"Our government is the potent, the omnipresent teacher. For good or for ill it teaches the whole people by its example.
Crime is contagious. If the government becomes a law breaker, it breeds contempt for law; it invites every man to become a law unto himself."
–Supreme Court Justice Brandeis

Monday, June 6, 2011

Hague (US) The Hague Domestic Violence Project – Final Report

US report here:  http://www.haguedv.org/reports/finalreport.pdf

The Hague Domestic Violence Project

International Child Abduction and Domestic Violence
Hague Permanent Bureau Publishes Paper on Domestic Violence and Hague Cases

The Permanent Bureau of the Hague Conference has published a new paper titled Domestic and Family Violence and the Article 13 “Grave Risk” Exception in the Operation of the Hague Convention of 21980 on the Civil Aspects of International Child Abduction: A Reflection Paper in preparation for the upcoming meetings at The Hague, The Netherlands.

Final Report and Presentation Now Available

Our final report to the National Institute of Justice has been approved for release. Our presentation at the National Institute of Justice is also online. Please go to our Reports page to listen to the presentation and download our report for free.

Time Magazine covers Hague DV study

Time Magazine ran a story on our research on the homepage of its website on Human Rights Day 2010. Read the story titled Protecting Kids: Rethinking the Hague Convention on Time's website. The study was also covered in recent press releases by the University of Minnesota and the University of Washington.

On-Demand Continuing Education Available from Thomson Reuters

The HagueDV Project offered a live, global webcast on Human Rights Day 2010. Actors from the world renown Guthrie Theater in Minneapolis performed staged readings of battered mothers' stories as told to us in our recently completed NIJ-funded study on Hague Convention cases. These readings were interspersed with commentary by leading scholars in law and social science about how Hague hearings should consider domestic violence. Earn either 2.5 Law CLE or 2.5 Social Work CEU credits. You can attend and earn credits for FREE through your computer anywhere in the world online thanks to our partnership with West Legal Edcenter and the Guthrie Theatre and with generous support from the law firm of Robins, Kaplan, Miller and Ciresi, LLP and Greater Twin Cities United Way.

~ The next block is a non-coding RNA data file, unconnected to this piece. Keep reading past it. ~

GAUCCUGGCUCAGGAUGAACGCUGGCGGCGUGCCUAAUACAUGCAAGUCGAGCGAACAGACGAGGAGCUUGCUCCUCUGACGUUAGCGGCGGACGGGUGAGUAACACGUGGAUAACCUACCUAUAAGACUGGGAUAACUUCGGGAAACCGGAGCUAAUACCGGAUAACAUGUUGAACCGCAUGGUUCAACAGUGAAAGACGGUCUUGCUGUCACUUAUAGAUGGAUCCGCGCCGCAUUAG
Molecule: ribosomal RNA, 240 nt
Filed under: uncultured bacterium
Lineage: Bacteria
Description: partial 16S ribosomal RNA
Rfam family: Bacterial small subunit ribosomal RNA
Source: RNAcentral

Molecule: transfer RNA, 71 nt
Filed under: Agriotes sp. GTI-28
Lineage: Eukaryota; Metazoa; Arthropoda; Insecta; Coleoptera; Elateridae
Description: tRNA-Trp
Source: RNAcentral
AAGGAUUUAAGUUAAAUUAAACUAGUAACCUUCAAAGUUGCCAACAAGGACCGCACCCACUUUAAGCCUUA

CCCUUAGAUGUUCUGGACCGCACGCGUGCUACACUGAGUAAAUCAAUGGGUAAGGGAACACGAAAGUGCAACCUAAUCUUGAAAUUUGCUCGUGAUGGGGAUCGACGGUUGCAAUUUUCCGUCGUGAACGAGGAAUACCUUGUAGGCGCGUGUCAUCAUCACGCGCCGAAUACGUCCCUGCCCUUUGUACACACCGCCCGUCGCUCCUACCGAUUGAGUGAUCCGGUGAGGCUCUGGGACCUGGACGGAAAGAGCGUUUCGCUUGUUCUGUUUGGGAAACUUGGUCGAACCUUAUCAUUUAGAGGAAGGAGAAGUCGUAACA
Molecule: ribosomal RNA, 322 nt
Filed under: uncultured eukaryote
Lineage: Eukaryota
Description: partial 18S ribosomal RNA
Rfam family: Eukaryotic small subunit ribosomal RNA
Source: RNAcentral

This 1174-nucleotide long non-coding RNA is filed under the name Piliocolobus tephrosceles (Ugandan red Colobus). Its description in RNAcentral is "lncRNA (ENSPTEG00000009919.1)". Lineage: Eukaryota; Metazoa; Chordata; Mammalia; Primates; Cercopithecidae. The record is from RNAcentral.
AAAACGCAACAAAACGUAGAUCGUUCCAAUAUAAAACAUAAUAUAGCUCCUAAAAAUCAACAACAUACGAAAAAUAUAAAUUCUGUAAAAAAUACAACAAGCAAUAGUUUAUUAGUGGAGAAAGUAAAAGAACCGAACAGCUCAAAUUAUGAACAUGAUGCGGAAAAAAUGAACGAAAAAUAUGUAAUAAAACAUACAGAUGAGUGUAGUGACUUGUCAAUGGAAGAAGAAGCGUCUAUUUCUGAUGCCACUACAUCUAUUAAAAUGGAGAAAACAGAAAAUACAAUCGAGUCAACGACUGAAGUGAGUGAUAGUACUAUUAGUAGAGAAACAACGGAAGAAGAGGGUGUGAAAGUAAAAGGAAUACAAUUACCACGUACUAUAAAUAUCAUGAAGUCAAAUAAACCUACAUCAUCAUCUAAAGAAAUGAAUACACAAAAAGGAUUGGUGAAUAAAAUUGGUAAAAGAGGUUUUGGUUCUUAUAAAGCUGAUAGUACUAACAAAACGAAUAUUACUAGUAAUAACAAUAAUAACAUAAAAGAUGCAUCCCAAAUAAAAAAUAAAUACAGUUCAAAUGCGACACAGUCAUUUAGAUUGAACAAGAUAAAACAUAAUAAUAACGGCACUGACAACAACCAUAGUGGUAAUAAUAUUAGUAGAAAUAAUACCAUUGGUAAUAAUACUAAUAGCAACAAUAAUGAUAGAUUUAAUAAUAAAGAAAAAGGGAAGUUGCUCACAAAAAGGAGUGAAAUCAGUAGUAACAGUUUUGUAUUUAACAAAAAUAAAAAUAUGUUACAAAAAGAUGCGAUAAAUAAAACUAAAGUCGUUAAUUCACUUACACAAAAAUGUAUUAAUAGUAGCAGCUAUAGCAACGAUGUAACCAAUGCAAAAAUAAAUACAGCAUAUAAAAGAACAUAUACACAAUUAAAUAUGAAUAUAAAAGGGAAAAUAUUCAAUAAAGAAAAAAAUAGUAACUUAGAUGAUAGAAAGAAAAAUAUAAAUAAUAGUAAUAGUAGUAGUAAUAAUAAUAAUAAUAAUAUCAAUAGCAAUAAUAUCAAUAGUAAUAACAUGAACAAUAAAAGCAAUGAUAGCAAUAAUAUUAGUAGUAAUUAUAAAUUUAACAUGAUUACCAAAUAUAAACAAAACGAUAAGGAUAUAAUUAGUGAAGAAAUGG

On-Demand Recording Now Available. West Legal Edcenter has now made a delayed on-demand broadcast of the Guthrie Theater CLE/CEU available for the next several months. It remains a free event. Please go the West Legal Edcenter to register and participate in the two and a half hour continuing education.

ECHR Says Hague Rulings Must Consider Child's Best Interests

The European Court of Human Rights ruled in the case of NEULINGER AND SHURUK v. SWITZERLAND that the best interest standard applies to decisions on return of a child and that full consideration must be given to the merits of claims that the child will be at risk under Article 13(b) of the Convention. This decision is persuasive authority for countries around the world because the Court has argued that international human rights standards arising from the Convention on the Rights of the Child, the Declaration of the Rights of the Child and regional human rights instruments require that when risk is assessed under Article 13(b) reference to 'best interest of children' means that the interest of an individual child before the court must be taken into account and be paramount.